In this “How to Homeschool” series, I help you to customize your homeschool to fit the members of your family and your current season of life by giving you three key steps to follow, in order, to get you started.
In the introductory post, I share with you the importance of uniqueness and the need to customize and not imitate.
In Step #1, I share with you the importance of learning your local homeschool laws.
Step #2 was all about learning preferences and how they make a difference in your homeschool.
In this post, we cover the importance of identifying both potential problems and ways to bring delight to your homeschool.
How to Homeschool – Step #3: Identify Difficulties, Dislikes, and Delights
Difficulties, Dislikes, and Delights – I call them the Three D’s – are areas that may require special attention. They may be areas that you want to give extra time and resources, or areas to be avoided. They may affect how you choose curricula and activities, or highlight areas that may require changes from you as a parent and teacher. In general, getting to know your kids’ Three D’s will help you to make wise and insightful decisions, and give more personality to your homeschool.
As with learning preferences, it may take special effort to identify the Three D’s if you have not already begun homeschooling. You may even want to talk to child minders involved in your kids’ lives – nannies, teachers, babysitters, grandparents, etc. You might be surprised by what they’ve observed.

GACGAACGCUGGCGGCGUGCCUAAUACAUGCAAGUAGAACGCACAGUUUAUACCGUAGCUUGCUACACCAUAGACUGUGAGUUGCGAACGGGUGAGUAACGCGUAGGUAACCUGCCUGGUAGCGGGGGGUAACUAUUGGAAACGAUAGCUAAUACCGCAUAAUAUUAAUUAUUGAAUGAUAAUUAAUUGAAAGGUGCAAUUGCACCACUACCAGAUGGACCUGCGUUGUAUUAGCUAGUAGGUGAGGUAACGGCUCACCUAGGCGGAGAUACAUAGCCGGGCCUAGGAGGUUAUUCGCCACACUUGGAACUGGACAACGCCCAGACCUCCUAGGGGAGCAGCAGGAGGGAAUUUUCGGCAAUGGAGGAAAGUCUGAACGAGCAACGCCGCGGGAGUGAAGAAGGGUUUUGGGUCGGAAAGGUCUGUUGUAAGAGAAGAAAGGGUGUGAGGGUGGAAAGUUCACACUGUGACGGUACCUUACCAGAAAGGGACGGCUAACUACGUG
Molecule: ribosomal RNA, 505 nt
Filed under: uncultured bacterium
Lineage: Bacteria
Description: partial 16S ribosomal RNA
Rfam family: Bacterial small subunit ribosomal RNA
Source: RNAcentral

Let’s take a closer look at each of the Three D’s.
These are areas where your child needs extra support, where they’re having the most difficulty, or that serve as stumbling blocks or limiting factors in other academic areas. They could be issues related to health, learning, behavior, character, or season of life. They could be temporary difficulties, or difficulties that you’ll need to consider year-to-year. They could be difficulties that affect one child, or your family as a whole.
While identifying your kids’ difficulties may seem like a negative process, I believe that it is a hopeful process. It is me declaring, “This Difficulty will not define or limit my child. I will look this Difficulty in the eye so that it cannot take him down unawares.” I’ve also found that addressing Difficulties allowed my children to discover new interests and passions.
In the next few sections, I’ll give you some examples of Difficulties in my own family, and how those Difficulties affected our homeschool. Please keep in mind that your family will have its own unique challenges.
Obvious candidates for the category of Difficulties are diagnosed learning or health issues. In our family, we have a child that has been given a diagnosis of having a language disorder. This language disorder could affect him academically and socially.
Consequently, in years past I’ve had to incorporate speech therapy into our days, and may need to again in the future. I am also careful about language arts curricula that I choose and know that language arts is an area that may require more of my time and money.